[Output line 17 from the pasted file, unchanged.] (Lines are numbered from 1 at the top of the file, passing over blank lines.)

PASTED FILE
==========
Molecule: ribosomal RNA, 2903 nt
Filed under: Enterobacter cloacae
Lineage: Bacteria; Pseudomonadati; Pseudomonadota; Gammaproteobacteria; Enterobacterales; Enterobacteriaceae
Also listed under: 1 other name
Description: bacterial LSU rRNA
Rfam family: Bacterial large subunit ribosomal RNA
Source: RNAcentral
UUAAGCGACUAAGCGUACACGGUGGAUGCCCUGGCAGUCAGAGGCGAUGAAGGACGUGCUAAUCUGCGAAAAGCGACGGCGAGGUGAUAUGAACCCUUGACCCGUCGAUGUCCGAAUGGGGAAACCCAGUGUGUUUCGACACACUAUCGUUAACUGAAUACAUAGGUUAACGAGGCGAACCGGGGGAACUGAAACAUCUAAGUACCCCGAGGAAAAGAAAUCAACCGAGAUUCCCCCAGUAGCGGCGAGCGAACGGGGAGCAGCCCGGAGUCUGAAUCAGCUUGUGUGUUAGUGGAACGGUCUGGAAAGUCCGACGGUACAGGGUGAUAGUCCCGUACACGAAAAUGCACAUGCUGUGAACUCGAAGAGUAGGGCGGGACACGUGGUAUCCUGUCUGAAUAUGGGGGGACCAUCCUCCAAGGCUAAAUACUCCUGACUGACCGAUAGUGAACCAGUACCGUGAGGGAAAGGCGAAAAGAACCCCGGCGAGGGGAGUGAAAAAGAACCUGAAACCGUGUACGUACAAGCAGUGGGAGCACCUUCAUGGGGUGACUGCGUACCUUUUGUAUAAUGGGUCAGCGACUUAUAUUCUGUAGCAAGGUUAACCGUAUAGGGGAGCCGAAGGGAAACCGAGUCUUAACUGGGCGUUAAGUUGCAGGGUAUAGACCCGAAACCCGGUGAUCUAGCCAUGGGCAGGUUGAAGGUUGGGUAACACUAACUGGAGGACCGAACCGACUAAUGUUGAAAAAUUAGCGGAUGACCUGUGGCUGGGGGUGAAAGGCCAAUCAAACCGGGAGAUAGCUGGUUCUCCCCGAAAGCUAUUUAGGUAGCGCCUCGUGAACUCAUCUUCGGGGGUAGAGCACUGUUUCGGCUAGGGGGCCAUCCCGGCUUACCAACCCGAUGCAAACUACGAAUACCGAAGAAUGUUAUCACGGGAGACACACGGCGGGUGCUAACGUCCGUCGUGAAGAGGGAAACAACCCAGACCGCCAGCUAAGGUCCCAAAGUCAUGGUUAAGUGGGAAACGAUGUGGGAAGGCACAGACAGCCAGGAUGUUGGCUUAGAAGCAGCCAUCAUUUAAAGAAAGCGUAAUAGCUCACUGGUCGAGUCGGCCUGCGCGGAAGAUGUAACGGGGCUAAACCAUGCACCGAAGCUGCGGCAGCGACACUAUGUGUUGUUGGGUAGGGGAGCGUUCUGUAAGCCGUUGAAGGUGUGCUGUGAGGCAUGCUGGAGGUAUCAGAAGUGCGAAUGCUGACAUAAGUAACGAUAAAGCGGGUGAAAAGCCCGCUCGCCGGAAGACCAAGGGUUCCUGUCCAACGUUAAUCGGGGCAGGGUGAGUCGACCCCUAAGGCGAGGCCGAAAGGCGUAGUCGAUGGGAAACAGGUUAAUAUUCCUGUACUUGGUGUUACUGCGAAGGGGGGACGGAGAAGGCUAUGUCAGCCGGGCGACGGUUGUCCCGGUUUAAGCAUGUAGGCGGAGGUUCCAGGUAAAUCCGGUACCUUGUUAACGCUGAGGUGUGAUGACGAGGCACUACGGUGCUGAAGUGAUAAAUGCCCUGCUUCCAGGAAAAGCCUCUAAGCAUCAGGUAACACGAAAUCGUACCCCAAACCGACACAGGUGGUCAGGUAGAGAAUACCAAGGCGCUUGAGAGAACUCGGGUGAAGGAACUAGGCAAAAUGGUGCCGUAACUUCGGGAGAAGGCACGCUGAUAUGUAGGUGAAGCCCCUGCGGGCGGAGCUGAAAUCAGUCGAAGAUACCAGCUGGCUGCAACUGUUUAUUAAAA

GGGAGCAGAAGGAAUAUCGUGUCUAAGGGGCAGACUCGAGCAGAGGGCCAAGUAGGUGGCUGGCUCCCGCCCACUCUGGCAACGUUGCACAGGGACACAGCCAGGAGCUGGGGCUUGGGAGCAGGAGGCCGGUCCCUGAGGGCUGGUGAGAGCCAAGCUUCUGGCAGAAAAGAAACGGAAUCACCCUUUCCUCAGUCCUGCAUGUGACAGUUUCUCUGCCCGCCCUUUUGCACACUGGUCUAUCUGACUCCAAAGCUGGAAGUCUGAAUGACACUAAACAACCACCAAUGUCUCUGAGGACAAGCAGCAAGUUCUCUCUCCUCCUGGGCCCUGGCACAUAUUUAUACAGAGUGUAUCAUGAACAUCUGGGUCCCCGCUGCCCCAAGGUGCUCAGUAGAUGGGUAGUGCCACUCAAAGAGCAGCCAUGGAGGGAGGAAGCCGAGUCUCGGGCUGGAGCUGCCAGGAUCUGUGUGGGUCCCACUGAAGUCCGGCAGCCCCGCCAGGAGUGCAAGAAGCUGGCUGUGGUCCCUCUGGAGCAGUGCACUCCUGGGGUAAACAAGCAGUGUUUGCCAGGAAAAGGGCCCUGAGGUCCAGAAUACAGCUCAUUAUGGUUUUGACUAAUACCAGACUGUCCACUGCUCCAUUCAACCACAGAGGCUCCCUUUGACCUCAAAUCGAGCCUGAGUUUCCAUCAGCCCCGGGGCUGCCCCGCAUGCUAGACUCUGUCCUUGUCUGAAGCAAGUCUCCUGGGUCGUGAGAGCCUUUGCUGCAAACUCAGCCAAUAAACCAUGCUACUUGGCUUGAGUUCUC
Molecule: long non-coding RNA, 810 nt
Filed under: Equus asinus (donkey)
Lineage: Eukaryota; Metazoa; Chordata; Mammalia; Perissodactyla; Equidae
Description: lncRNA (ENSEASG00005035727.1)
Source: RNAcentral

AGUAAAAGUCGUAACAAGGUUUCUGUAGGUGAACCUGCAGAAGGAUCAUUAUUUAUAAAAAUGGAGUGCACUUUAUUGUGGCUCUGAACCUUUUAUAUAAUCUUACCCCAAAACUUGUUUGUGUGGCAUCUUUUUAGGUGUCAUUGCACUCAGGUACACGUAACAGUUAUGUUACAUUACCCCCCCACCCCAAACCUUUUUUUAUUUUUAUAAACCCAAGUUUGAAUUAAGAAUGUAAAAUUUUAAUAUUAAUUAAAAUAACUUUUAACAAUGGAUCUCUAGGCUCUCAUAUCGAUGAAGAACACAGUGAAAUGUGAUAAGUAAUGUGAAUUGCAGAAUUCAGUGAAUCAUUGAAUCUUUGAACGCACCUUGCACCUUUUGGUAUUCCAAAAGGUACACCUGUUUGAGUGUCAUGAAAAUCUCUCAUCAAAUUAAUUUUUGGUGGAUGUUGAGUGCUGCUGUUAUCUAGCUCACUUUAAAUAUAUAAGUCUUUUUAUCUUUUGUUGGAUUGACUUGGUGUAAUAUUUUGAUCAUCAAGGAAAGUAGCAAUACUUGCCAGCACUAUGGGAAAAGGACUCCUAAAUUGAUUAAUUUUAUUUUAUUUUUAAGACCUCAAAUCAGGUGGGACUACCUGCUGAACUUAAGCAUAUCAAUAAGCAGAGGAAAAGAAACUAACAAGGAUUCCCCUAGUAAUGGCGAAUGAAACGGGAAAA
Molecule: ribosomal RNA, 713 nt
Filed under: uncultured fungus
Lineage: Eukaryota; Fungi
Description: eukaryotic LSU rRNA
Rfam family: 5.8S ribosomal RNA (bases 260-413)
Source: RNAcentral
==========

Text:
Filed under: uncultured fungus